Bashi Gaetsaloe is the Managing Director of the Botswana Development Corporation (BDC), the investment arm of the Botswana government. BDC makes investments with debt funding or equity funding to grow new industries, create jobs, grow the private sector and diversify the economy. Prior to the BDC, Gaetsaloe was a country manager for Accenture in Botswana where he advised different industries on how to grow. Gaetsaloe was on campus as a Distinguished Guest Speaker and spoke to students about his journey as an entrepreneur.
What has your experience on campus been like?
It’s been interesting, different, inspiring. I spent the morning trying to wrap my head around the learning model. That was very intriguing. You guys are pulling from so many different places and at the same time, you are on a wave of creating new things so that was exciting for me. As an employer as well, it makes a lot of sense to me. The starting point for learning really being the employers themselves and what we are looking for from new employees is really good.
Then later on, I got to meet the students and I was surprisingly inspired by their grasp of business. They are all first year students and I gave them a complex task challenge to do. I was blown away by their responses and thinking process. I gave them an assignment based on a question that we’re trying to answer at the BDC: whether or not we should create a law around citizen empowerment in Botswana. Their answers showed a strong understanding of an entrepreneurship ecosystem. They were able to look at the economy from both a micro and macro perspective.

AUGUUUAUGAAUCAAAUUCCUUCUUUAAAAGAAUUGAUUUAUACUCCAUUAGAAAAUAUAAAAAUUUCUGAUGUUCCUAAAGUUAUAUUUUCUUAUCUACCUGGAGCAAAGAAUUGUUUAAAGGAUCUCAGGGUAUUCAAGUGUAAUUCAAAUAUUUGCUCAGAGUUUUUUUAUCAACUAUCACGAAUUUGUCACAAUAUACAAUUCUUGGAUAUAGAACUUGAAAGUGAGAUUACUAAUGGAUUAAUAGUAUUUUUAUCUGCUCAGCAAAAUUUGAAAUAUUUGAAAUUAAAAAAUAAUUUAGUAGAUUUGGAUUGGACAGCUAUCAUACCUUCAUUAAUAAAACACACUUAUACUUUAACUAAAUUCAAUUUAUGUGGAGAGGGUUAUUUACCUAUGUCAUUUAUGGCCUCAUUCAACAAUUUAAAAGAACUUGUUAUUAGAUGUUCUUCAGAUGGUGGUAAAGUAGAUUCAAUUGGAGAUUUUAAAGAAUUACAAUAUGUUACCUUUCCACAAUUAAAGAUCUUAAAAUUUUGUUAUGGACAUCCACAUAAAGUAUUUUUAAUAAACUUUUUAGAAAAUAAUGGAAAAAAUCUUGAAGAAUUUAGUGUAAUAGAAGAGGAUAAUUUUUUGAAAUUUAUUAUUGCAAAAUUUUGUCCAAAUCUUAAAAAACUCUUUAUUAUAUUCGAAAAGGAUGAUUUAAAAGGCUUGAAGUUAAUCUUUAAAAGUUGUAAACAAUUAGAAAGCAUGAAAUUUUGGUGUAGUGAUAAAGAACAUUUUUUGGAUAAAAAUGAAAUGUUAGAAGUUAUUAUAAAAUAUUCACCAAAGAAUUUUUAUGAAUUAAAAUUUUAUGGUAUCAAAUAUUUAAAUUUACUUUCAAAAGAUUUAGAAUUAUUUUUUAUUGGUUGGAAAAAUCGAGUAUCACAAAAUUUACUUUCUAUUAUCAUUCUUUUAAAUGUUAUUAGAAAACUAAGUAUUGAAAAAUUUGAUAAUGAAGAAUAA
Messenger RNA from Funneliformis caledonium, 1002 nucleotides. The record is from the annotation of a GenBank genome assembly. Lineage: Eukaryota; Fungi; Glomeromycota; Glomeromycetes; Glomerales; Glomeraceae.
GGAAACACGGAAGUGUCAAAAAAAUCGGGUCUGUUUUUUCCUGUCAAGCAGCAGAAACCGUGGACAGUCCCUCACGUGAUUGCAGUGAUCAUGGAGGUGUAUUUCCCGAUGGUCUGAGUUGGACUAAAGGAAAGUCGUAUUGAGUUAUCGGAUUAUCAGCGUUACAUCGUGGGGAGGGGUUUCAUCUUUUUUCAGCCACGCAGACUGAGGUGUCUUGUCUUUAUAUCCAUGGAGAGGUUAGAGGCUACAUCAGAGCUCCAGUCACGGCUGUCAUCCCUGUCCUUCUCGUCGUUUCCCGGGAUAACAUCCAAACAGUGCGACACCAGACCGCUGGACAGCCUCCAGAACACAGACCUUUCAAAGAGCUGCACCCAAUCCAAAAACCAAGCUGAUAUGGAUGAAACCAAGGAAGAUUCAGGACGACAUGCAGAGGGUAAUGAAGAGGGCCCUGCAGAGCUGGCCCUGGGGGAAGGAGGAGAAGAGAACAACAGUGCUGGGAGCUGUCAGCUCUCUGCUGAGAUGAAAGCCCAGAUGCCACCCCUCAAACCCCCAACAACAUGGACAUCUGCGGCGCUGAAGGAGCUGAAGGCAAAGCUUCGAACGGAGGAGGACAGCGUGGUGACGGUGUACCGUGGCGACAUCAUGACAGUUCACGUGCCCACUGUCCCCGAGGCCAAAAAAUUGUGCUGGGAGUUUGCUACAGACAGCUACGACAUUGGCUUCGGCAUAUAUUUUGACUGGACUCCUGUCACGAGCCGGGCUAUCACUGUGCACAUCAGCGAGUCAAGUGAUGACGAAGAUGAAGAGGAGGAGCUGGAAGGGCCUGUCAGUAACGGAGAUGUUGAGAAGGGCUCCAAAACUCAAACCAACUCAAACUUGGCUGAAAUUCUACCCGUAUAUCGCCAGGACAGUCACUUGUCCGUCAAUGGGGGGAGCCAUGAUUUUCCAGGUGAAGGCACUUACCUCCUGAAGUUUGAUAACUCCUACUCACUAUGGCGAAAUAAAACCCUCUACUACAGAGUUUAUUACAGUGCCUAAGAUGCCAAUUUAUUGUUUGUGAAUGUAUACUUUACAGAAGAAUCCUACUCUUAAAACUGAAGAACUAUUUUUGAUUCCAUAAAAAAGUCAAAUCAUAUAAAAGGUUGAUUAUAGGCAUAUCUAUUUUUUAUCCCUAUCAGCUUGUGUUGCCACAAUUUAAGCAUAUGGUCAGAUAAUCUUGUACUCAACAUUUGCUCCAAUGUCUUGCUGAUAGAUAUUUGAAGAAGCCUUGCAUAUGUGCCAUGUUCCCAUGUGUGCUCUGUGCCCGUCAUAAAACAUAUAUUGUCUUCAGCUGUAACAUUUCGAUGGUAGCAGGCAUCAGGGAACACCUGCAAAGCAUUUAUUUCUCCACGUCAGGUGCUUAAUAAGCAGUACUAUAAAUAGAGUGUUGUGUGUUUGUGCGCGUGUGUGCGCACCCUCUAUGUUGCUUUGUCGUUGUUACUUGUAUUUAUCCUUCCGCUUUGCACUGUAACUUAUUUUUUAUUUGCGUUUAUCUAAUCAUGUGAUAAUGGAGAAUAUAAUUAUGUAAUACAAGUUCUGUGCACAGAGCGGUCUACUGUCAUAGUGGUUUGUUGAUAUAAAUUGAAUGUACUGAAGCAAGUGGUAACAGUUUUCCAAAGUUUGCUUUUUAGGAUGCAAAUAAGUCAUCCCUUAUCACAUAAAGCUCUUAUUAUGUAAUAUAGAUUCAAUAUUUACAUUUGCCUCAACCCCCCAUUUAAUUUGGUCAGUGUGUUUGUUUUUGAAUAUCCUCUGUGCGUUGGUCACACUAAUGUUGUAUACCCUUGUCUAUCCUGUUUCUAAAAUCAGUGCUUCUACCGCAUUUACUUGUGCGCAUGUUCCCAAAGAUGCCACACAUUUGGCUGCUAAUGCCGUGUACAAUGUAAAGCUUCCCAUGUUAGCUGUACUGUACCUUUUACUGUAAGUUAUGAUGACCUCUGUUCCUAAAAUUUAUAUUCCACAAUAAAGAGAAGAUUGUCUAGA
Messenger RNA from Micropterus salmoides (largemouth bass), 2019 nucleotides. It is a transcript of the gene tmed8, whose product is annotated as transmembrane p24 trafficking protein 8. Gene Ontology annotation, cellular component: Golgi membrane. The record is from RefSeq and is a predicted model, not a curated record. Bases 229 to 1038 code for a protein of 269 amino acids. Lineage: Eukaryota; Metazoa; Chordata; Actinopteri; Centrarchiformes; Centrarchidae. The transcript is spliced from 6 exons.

What was your university experience like?
My grounding in university was very much a liberal arts education. It took a very wide view that said “it’s difficult to turn you an expert in four years. We would rather give you the tools that will help you learn how to learn, write, inquire and explore.” That’s why I understand what you are doing here. I’m drawn to it.